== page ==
Million Barrel Museum
Once an experimental 1928 concrete reservoir for Permian Basin oil.
Tourists traveling on I-20 in West Texas should not miss the Monahans oil museum in the heart of the Permian Basin. Not just a petroleum-related museum, it is a Million Barrel Museum whose main attraction is an elliptical cement oil tank the size of three football fields.
The Permian Basin was once known as a “petroleum graveyard” until a series of successful wells beginning in 1920 brought exploration companies to the arid region. The Santa Rita No. 1 well alone would endow the University of Texas with millions of dollars.
Lack of infrastructure for storing and transporting the oil proved to be a problem. “There were great oil discoveries around 1926 and few places to put the oil. No pipelines or tanks,” says Elizabeth Heath, chairwoman of the Ward County Historical Commission. A single well in the Hendricks field produced 500 barrels a day.
“Unfortunately, the Roxana Petroleum Company – later absorbed by Shell Oil – did not have a pipeline to get all that oil to a refinery,” adds journalist Mike Cox in a 2006 article. To solve the problem, the company decided to build a giant concrete reservoir. Using mule-drawn equipment, workers completed an excavation and laid wire mesh over the packed earth, Cox explains in his “Texas Tales” column. Contractors then started pouring tons of concrete.
“By late April 1928 workers hammered away at a wooden cover for the colossal tank, placing creosote-soaked support timbers at 14 foot intervals across the sprawling reservoir floor,” he reports. The timbers supported a domed redwood roof covered with tar paper. Completion of the walls, pillars and roof took just three months because construction took place 24 hours a day.
Although the Monahans oil storage facility soon became known as the “million barrel reservoir,” engineers had actually designed it to hold “a staggering five million barrels of oil,” Cox claims. It was filled with one million barrels just once.
“When Roxana injected a million barrels of oil into the tank, the weight bearing down on the concrete amounted to four hundred million pounds of pressure.”“One thing Roxana’s engineers apparently forgot to take into consideration was the weight of crude,” he says, noting that one gallon of oil weighs nearly eight pounds.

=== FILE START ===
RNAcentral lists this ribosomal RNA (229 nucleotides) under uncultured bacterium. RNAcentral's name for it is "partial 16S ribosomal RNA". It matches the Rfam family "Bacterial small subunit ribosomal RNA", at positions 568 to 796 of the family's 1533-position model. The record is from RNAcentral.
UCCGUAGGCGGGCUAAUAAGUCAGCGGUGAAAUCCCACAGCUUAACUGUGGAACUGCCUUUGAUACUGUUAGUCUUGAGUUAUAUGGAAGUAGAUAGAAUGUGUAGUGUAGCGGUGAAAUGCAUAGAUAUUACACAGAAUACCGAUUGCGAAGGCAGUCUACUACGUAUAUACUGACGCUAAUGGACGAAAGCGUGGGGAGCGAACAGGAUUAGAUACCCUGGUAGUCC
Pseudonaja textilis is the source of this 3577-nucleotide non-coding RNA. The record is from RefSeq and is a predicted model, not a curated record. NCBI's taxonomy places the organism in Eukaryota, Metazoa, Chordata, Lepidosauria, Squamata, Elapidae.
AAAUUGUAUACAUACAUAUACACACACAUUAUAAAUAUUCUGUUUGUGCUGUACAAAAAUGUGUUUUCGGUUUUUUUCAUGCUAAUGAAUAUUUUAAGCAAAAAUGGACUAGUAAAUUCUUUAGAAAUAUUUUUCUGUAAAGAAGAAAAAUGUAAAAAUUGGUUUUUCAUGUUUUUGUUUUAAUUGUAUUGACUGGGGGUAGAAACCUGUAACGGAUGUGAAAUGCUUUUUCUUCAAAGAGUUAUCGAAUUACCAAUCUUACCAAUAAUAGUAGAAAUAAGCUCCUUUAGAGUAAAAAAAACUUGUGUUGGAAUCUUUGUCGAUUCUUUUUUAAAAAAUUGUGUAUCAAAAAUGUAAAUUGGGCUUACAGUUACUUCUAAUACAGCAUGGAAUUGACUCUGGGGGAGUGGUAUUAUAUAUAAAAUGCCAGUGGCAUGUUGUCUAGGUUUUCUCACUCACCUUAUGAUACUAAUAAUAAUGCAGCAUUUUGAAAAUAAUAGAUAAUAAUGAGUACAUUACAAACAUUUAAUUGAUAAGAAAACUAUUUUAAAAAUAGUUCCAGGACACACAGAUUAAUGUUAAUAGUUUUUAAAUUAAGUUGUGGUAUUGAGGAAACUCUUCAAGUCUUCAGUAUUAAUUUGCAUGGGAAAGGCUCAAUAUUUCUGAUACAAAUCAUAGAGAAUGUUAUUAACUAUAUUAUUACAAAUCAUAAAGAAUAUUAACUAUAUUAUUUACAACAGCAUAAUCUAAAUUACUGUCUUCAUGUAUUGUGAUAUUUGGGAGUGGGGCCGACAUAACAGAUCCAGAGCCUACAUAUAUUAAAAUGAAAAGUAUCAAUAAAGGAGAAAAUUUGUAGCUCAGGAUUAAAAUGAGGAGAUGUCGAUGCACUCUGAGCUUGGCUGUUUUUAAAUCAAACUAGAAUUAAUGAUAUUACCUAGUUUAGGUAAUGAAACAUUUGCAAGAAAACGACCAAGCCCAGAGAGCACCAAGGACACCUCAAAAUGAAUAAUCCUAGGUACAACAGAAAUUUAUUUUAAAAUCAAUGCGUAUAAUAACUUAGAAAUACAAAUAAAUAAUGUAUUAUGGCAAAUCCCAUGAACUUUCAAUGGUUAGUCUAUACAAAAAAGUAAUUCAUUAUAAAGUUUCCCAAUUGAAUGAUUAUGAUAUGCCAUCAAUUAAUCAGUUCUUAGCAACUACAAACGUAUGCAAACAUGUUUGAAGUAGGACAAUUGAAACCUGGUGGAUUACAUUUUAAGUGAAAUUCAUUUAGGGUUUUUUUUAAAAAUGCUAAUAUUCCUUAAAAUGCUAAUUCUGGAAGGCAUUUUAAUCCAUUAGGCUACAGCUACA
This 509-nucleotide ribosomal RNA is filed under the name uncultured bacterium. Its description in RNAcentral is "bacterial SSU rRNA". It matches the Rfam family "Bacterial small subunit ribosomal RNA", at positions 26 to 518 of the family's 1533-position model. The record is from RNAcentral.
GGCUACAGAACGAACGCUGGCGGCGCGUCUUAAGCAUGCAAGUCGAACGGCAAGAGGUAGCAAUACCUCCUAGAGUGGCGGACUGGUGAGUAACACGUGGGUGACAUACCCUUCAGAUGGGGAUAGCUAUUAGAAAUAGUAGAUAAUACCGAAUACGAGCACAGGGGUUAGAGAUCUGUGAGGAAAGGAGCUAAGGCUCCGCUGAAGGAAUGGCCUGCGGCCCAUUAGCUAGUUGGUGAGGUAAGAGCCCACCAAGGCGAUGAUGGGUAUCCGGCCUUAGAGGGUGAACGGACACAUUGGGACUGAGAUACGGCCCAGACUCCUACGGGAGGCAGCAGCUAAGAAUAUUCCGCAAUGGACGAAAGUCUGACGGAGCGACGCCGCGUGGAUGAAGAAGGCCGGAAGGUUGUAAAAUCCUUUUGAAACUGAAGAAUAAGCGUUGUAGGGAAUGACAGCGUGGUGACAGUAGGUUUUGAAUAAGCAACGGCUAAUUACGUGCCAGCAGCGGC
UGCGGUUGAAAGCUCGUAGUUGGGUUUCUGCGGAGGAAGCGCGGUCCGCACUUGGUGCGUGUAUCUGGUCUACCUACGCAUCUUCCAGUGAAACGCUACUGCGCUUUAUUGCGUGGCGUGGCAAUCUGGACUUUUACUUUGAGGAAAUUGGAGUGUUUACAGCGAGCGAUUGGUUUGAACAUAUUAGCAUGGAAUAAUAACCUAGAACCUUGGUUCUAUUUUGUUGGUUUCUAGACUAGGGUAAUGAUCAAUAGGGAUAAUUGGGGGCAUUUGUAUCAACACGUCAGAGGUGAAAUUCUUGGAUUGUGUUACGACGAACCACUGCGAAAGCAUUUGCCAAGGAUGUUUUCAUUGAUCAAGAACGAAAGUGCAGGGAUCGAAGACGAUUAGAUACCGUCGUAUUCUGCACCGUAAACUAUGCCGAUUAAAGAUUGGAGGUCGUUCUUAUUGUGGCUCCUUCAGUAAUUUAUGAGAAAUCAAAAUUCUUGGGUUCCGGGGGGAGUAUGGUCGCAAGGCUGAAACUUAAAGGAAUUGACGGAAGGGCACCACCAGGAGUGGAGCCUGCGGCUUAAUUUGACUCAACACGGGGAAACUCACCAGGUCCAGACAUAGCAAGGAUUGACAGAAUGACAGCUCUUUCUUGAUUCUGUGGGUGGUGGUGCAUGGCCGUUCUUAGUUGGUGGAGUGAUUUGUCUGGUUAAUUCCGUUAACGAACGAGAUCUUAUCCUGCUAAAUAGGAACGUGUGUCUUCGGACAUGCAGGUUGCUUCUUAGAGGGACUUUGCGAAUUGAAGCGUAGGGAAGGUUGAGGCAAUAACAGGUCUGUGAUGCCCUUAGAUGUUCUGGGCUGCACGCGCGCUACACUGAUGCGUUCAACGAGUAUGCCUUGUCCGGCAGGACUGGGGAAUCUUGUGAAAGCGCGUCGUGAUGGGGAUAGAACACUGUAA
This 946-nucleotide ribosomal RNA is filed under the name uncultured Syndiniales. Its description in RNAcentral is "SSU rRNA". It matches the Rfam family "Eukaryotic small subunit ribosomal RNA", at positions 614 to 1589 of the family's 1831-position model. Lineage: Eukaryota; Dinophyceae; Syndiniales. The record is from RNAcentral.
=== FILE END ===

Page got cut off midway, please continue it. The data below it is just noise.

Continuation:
It seemed like a good idea at the time,” adds Ward County historian Heath. A Monahans High School math teacher has measured the dimensions of the tank at 525 feet by 422 feet. The concrete covered earthen walls, 30 feet tall, slope at a 45 degree angle, she says. “It didn’t work. It leaked from too many places and the company couldn’t seal it properly,” Heath explains. “When workers poured the cement, they did it in sections, so it made seams all around. You didn’t have caulking like we have today, so oil seeped into the sand.
Despite the tank’s domed, California redwood roof – which included a network of lightning rods – oil also began to evaporate. According to Heath, Shell Oil pumped out the oil and dismantled the wooden structures soon after the start of the Great Depression. Much of the Redwood lumber reportedly ended up in Monahans homes and businesses. Empty and abandoned, the tank gaped on Monahans’ east side for decades.
Community Water Park and Racetrack
Then in 1954, Wayne and Amalie Long purchased the concrete reservoir from Shell. The entrepreneurial Monahans couple had an idea. The Longs believed in the tank’s potential as a community attraction – a water park. To fill the tank, Wayne Long pumped water from wells he drilled nearby.
They constructed a boat ramp from the opening oil company engineers had made to remove the interior pillars and the roof.
On opening day, October 5, 1958, the one-of-a-kind lake, which the Longs named “Melody Park,” attracted swimmers, boaters, skiers and anglers. A professional ski team from Austin put on an exhibition. Alas, leaks at the seams forced the water park to close after just one day.
A 2006 letter by Wallace Dickey Jr., the nephew of the Longs, offers a first-hand account of what happened next.
“I was there in the summer of 1958, when I was in high school, when they tried to turn it into a stock car racetrack after it would not hold water long enough for fishing and swimming,” Dickey writes.